News & Knowledge Center

5 Passing Grades You Need to Lead the Pack

Preview solutions with government stakeholders to validate assumptions and build advocacy for your offering.

Ever wonder why some companies appear to be the odds-on favorite to win a contract? A well-orchestrated, pre-request for proposals ritual goes on long before a procurement is released for bid. Company business development, technical and management professionals step up the frequency of visits to their customers to better understand customer objectives and to perfect their company’s solution. Those professionals also preview their solutions with government stakeholders to validate assumptions and build advocacy for their company’s offering. Their focus is simple: ensuring their proposed solution meets or exceeds government requirements and resonates with the customer. Those industry professionals work to shape the agency’s procurement strategy, ensuring it is favorable to their firm and the solutions they will propose. Offering insights on procurement strategy; choice of contract vehicles; RFP instructions, evaluation factors, subfactors, and criteria; contract terms and conditions; and pricing approaches are the norm. Discussion topics in some procurements, such...

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Ask the Right Questions to Understand Customer Objectives

How well do you understand your customer's requirements and objectives?

Did you know the leading indicator for predicting whether you will be successful in a government bid is how well you understand the customer’s requirements and objectives? As a capture team leader, one of your first jobs is to understand and document your customer’s requirements and objectives. Requirements are the activities a company must do when it performs the contract. They include technical and management tasks described in the scope of work, generally found in Section C of a federal government request for proposals. But they can also reside in other sections and attachments to the RFP. On the other hand, objectives are more elusive. They are the desired outcomes that the government hopes to achieve by having a company perform the contract requirements in an exceptional manner. Every bidder will offer to perform the contract requirements, but the successful bidder will show how its approach ensures the government’s objectives...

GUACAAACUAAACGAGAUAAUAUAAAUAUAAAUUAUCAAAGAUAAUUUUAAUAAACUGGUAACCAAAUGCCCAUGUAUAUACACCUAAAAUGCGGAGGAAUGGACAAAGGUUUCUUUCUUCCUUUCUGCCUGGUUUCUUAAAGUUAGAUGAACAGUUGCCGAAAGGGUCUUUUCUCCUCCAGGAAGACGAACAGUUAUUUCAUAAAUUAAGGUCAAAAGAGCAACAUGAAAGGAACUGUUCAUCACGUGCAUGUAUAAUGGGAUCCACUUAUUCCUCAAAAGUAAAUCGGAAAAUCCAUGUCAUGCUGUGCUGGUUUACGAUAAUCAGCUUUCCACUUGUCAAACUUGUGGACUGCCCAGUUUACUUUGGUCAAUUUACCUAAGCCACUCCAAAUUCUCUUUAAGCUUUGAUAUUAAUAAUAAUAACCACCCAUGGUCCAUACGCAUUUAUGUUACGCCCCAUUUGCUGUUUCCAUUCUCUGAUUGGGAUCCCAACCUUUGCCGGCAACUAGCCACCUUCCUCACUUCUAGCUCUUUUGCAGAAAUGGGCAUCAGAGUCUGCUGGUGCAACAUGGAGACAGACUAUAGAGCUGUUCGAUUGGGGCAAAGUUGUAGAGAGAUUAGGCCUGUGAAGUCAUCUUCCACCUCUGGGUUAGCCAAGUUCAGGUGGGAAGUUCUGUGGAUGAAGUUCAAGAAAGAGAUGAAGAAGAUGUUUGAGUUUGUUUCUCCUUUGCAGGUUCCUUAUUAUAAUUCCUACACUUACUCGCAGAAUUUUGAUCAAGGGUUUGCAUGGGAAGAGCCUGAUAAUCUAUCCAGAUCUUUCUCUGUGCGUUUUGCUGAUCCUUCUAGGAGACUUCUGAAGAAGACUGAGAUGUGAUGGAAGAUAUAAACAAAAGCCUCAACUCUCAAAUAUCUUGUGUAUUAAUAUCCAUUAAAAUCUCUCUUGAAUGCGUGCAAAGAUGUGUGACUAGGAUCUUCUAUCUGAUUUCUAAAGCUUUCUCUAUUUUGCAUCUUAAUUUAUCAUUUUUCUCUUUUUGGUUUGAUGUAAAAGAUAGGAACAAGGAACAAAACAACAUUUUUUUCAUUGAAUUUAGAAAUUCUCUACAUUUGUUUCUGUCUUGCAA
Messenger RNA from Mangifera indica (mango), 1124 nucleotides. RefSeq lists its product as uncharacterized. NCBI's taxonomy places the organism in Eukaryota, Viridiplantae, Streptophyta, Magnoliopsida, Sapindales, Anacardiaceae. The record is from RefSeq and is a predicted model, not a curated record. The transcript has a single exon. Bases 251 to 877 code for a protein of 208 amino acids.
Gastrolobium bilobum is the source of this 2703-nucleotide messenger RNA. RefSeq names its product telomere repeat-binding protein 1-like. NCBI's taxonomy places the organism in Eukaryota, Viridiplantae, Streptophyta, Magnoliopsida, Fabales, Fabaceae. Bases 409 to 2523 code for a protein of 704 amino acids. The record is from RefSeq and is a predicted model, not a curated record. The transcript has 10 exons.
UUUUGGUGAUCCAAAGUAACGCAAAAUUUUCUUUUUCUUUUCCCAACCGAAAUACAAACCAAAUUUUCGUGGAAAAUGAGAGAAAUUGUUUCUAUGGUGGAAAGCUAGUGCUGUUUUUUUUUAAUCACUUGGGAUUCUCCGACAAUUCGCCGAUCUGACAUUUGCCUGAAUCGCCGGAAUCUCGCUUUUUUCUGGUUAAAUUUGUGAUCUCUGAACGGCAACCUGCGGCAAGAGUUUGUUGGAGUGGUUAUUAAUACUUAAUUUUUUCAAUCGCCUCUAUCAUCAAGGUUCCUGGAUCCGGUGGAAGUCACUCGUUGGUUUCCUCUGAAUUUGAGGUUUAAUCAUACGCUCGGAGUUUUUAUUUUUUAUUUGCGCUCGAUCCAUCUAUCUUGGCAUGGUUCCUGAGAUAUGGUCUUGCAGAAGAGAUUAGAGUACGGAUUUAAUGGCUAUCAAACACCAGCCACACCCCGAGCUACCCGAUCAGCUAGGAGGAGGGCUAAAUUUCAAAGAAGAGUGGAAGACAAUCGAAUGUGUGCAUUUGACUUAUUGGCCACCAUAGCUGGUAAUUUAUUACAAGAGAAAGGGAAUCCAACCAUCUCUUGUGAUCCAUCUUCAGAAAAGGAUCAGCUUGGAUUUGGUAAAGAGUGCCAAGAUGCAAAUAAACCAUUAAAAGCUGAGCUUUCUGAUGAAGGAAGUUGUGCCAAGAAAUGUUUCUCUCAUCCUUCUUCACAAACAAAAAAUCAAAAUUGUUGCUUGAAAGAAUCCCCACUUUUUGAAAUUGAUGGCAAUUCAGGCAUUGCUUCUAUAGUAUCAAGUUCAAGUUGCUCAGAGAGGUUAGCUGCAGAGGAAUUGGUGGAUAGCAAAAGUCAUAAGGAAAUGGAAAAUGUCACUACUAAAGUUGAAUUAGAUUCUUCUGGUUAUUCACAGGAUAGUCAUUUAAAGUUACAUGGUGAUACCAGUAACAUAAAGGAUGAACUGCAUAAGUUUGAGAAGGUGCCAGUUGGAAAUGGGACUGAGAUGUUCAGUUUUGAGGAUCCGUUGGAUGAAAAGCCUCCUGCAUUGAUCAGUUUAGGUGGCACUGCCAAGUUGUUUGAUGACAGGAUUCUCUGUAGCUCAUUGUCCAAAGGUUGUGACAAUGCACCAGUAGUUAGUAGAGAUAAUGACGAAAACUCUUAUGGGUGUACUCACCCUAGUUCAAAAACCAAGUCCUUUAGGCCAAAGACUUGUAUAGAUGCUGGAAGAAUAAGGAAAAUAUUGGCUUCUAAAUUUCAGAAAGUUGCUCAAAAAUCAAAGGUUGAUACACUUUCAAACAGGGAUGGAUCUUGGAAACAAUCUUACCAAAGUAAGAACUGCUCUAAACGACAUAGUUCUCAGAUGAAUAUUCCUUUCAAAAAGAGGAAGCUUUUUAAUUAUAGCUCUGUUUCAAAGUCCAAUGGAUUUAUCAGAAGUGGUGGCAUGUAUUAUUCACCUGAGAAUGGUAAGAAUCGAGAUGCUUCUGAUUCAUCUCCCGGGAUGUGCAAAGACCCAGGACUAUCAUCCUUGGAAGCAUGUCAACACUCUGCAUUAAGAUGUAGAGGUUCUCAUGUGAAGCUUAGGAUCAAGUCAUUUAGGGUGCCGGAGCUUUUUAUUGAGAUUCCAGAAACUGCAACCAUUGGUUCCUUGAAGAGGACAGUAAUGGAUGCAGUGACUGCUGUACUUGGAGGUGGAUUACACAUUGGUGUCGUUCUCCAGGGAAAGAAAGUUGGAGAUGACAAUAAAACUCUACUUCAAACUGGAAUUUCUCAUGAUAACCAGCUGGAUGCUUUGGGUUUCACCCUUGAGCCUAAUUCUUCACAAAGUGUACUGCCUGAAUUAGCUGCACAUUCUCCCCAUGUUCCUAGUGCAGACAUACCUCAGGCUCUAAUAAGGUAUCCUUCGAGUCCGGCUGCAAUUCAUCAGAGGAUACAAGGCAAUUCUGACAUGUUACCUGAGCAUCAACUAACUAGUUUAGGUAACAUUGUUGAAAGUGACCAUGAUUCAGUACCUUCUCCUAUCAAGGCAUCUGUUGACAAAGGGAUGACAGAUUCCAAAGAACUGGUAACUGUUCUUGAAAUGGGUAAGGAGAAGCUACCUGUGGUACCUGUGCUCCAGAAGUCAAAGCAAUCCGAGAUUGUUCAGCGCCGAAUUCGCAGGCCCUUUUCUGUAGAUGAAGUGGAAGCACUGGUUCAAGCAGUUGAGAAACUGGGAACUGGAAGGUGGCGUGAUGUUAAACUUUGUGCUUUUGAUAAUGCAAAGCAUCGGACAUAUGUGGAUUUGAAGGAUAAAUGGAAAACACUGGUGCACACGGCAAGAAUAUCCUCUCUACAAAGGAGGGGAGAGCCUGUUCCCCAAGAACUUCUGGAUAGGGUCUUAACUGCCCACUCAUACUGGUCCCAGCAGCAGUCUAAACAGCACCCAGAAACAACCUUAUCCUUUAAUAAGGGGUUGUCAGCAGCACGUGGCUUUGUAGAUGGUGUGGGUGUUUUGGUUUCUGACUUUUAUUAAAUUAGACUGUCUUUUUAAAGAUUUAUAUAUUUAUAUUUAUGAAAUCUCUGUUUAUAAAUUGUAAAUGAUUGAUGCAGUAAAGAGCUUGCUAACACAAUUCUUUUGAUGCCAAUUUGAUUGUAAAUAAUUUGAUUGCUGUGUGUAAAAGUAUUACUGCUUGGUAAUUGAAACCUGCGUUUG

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Resolve to Improve Your Win Rate

Focus on capture management and associated activities from the decision to pursue through award.

Let it be resolved that this will be the year in which we raise our new business win rate, write better proposals that cost us less to create, and leave the practice of working to exhaustion on late-night proposals as our final fond memory from the year now past. This New Year’s resolution will probably be made by executives at half the companies that work in the highly competitive government technology market. Yet few companies will change how they pursue new business, prepare for proposals, or handle the demanding task of writing proposals when the request for proposals arrives. To help achieve this New Year’s resolution, let’s focus on capture management and what companies should do from the time they decide to pursue a new opportunity until the award is made. Along with examining the capture management process, we will explore each of its activities. Capture management is a defined,...

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How to Build Professional Skills in Proposal Management

Ask the Proposal Doctor

Dear Proposal Doctor, I have been in proposals for five years and love the industry--- I am one of those anomalies that thrive on little sleep, junk food, and a drive to win! I am hungry to improve and learn as much as I can. Besides joining the Association of Proposal Management Professionals (APMP), what else do you suggest I do to improve my skills, knowledge, and general competency in proposal management? The "green" Proposal Manager" Dear Green, Great question. I admire your commitment to continuous improvement. Knowledge is experiential in this business. At the same time, proposal managers need skills that are inherent in other professions. First, consider courses or online training that will improve communication skills, both written and spoken. For written communication, look at courses offered in technical writing in a local community college, through the Society for Technical Communication, or online. Many organizations offer training in...

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